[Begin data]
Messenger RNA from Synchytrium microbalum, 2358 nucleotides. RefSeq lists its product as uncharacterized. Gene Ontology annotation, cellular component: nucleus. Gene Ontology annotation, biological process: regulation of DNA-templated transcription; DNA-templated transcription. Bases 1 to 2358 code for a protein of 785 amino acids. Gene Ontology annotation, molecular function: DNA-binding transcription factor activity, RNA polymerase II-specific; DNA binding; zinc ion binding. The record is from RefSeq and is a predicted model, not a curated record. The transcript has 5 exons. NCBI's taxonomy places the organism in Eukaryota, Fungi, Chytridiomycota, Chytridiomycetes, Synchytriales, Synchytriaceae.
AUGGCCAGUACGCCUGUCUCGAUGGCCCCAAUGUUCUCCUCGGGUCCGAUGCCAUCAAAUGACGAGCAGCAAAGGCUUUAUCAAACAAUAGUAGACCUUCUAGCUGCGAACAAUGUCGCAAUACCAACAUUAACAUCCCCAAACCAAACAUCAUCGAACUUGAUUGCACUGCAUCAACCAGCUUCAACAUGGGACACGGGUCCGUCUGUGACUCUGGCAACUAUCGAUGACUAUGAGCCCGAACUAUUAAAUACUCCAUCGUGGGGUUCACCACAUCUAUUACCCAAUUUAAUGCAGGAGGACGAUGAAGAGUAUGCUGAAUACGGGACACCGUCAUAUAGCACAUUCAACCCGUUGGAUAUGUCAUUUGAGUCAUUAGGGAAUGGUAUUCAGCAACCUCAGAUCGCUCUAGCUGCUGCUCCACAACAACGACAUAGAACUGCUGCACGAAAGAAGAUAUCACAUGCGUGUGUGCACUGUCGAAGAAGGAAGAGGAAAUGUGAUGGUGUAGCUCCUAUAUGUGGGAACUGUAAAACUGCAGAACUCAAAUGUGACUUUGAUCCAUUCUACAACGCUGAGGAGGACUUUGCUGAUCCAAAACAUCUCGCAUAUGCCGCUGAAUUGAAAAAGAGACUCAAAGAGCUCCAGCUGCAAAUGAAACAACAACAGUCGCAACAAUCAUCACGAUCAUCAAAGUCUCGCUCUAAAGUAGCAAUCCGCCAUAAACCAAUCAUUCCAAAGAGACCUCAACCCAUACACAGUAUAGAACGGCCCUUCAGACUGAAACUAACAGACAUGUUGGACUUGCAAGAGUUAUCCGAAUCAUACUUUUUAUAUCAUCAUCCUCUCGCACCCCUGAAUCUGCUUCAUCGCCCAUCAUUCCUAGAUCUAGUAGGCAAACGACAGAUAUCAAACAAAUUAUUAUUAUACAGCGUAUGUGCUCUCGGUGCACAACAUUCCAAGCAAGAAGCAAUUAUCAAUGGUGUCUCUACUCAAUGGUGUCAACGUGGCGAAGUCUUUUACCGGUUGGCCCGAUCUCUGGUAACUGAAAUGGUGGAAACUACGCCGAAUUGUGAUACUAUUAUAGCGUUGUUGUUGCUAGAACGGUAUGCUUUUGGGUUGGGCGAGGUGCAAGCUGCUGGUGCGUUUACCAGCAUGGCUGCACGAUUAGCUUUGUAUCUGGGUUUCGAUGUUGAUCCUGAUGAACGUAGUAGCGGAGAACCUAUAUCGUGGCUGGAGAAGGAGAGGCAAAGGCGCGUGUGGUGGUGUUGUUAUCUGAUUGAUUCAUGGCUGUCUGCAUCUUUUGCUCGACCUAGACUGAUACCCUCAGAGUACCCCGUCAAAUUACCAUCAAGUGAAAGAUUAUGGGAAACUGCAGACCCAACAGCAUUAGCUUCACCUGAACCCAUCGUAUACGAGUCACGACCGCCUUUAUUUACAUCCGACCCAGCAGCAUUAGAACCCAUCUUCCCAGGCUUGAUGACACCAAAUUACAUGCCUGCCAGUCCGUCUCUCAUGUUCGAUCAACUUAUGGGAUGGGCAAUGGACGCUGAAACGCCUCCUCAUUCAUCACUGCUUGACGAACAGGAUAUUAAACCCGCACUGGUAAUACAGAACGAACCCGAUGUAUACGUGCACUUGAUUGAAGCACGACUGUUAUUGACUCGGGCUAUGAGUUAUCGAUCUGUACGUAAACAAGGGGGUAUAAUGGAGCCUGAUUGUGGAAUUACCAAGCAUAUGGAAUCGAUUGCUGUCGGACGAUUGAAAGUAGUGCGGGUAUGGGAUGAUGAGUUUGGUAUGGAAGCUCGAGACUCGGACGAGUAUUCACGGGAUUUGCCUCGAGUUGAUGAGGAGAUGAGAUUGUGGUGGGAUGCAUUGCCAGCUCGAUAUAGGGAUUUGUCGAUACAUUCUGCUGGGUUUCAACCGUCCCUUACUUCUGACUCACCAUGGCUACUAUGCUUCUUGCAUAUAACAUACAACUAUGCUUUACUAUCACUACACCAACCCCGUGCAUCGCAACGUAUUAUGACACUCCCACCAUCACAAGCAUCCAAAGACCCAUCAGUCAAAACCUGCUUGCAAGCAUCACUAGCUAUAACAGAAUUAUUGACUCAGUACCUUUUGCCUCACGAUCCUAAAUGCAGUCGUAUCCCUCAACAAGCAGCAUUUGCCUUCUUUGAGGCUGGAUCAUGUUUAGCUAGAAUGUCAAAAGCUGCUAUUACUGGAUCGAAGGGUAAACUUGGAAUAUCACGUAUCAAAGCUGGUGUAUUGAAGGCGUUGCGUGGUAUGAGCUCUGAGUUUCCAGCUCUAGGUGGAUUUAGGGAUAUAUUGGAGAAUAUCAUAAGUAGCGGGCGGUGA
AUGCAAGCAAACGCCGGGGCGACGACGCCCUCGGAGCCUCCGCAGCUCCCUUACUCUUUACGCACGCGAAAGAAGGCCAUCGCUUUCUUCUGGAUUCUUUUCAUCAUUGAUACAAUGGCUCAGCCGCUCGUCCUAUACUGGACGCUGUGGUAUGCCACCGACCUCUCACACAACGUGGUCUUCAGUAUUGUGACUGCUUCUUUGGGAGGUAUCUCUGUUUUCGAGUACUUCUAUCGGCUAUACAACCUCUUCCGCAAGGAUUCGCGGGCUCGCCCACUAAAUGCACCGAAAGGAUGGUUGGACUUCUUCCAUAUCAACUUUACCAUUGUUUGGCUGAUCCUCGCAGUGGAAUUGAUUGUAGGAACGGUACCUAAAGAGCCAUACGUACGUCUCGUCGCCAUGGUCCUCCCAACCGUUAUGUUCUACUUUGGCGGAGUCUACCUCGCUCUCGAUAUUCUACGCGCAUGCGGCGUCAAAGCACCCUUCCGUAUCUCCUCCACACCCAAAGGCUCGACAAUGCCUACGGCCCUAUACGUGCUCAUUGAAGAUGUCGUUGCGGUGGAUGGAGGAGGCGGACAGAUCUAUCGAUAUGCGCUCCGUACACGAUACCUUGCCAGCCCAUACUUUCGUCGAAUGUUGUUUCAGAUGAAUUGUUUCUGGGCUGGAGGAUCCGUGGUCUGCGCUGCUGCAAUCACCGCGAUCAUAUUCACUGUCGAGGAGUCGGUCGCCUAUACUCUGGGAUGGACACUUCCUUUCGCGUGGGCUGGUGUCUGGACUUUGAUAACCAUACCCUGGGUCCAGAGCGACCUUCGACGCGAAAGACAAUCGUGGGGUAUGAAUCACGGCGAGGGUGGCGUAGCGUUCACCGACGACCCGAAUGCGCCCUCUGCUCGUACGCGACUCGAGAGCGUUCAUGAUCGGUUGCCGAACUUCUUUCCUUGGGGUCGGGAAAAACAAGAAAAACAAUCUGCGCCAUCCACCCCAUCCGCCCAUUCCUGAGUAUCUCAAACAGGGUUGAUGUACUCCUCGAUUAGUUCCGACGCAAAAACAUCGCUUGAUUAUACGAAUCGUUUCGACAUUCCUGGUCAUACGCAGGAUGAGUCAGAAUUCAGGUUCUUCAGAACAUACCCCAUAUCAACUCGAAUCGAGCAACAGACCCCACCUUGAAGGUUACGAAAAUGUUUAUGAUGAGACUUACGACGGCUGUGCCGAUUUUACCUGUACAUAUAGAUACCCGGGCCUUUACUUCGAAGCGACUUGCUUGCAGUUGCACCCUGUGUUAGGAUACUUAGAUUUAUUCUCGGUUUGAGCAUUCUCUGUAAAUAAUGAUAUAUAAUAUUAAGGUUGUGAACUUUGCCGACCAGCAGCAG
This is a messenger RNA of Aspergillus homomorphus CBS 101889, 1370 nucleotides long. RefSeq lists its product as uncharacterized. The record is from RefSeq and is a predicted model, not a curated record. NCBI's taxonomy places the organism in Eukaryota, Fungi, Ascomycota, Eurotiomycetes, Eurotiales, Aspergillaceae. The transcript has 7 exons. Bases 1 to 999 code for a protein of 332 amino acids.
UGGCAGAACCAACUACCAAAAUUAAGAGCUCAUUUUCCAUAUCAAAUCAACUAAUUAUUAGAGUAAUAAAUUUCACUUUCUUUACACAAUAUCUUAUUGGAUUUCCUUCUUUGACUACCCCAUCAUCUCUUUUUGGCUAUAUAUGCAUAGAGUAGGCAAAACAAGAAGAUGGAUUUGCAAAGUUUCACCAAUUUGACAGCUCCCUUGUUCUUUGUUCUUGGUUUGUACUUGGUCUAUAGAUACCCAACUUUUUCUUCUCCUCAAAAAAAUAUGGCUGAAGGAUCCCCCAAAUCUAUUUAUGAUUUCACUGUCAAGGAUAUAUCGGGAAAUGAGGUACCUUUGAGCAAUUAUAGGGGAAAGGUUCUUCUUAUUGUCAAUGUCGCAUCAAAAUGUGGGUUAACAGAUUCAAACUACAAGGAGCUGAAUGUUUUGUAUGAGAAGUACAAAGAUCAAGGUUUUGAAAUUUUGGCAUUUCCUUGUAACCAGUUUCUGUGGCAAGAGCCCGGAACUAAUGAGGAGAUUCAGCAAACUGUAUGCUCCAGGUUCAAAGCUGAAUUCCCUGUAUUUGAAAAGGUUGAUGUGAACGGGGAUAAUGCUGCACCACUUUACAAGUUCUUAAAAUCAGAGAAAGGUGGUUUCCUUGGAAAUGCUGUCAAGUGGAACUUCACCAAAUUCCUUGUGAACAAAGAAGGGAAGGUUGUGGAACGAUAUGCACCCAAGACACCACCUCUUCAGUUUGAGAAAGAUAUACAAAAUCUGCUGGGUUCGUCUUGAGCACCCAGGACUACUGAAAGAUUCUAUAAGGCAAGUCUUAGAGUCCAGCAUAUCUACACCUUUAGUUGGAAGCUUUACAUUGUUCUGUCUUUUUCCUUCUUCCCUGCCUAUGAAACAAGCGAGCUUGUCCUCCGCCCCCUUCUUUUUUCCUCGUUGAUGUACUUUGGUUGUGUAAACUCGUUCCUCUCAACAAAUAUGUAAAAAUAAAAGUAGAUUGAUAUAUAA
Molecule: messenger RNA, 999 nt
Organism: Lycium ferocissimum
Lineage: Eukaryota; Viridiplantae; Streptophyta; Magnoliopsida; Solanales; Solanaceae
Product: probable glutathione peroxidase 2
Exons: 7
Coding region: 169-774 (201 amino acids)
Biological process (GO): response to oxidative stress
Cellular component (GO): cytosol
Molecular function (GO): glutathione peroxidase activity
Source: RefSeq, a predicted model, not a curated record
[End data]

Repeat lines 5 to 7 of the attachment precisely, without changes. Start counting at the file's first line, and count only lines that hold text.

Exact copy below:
UGGCAGAACCAACUACCAAAAUUAAGAGCUCAUUUUCCAUAUCAAAUCAACUAAUUAUUAGAGUAAUAAAUUUCACUUUCUUUACACAAUAUCUUAUUGGAUUUCCUUCUUUGACUACCCCAUCAUCUCUUUUUGGCUAUAUAUGCAUAGAGUAGGCAAAACAAGAAGAUGGAUUUGCAAAGUUUCACCAAUUUGACAGCUCCCUUGUUCUUUGUUCUUGGUUUGUACUUGGUCUAUAGAUACCCAACUUUUUCUUCUCCUCAAAAAAAUAUGGCUGAAGGAUCCCCCAAAUCUAUUUAUGAUUUCACUGUCAAGGAUAUAUCGGGAAAUGAGGUACCUUUGAGCAAUUAUAGGGGAAAGGUUCUUCUUAUUGUCAAUGUCGCAUCAAAAUGUGGGUUAACAGAUUCAAACUACAAGGAGCUGAAUGUUUUGUAUGAGAAGUACAAAGAUCAAGGUUUUGAAAUUUUGGCAUUUCCUUGUAACCAGUUUCUGUGGCAAGAGCCCGGAACUAAUGAGGAGAUUCAGCAAACUGUAUGCUCCAGGUUCAAAGCUGAAUUCCCUGUAUUUGAAAAGGUUGAUGUGAACGGGGAUAAUGCUGCACCACUUUACAAGUUCUUAAAAUCAGAGAAAGGUGGUUUCCUUGGAAAUGCUGUCAAGUGGAACUUCACCAAAUUCCUUGUGAACAAAGAAGGGAAGGUUGUGGAACGAUAUGCACCCAAGACACCACCUCUUCAGUUUGAGAAAGAUAUACAAAAUCUGCUGGGUUCGUCUUGAGCACCCAGGACUACUGAAAGAUUCUAUAAGGCAAGUCUUAGAGUCCAGCAUAUCUACACCUUUAGUUGGAAGCUUUACAUUGUUCUGUCUUUUUCCUUCUUCCCUGCCUAUGAAACAAGCGAGCUUGUCCUCCGCCCCCUUCUUUUUUCCUCGUUGAUGUACUUUGGUUGUGUAAACUCGUUCCUCUCAACAAAUAUGUAAAAAUAAAAGUAGAUUGAUAUAUAA
Molecule: messenger RNA, 999 nt
Organism: Lycium ferocissimum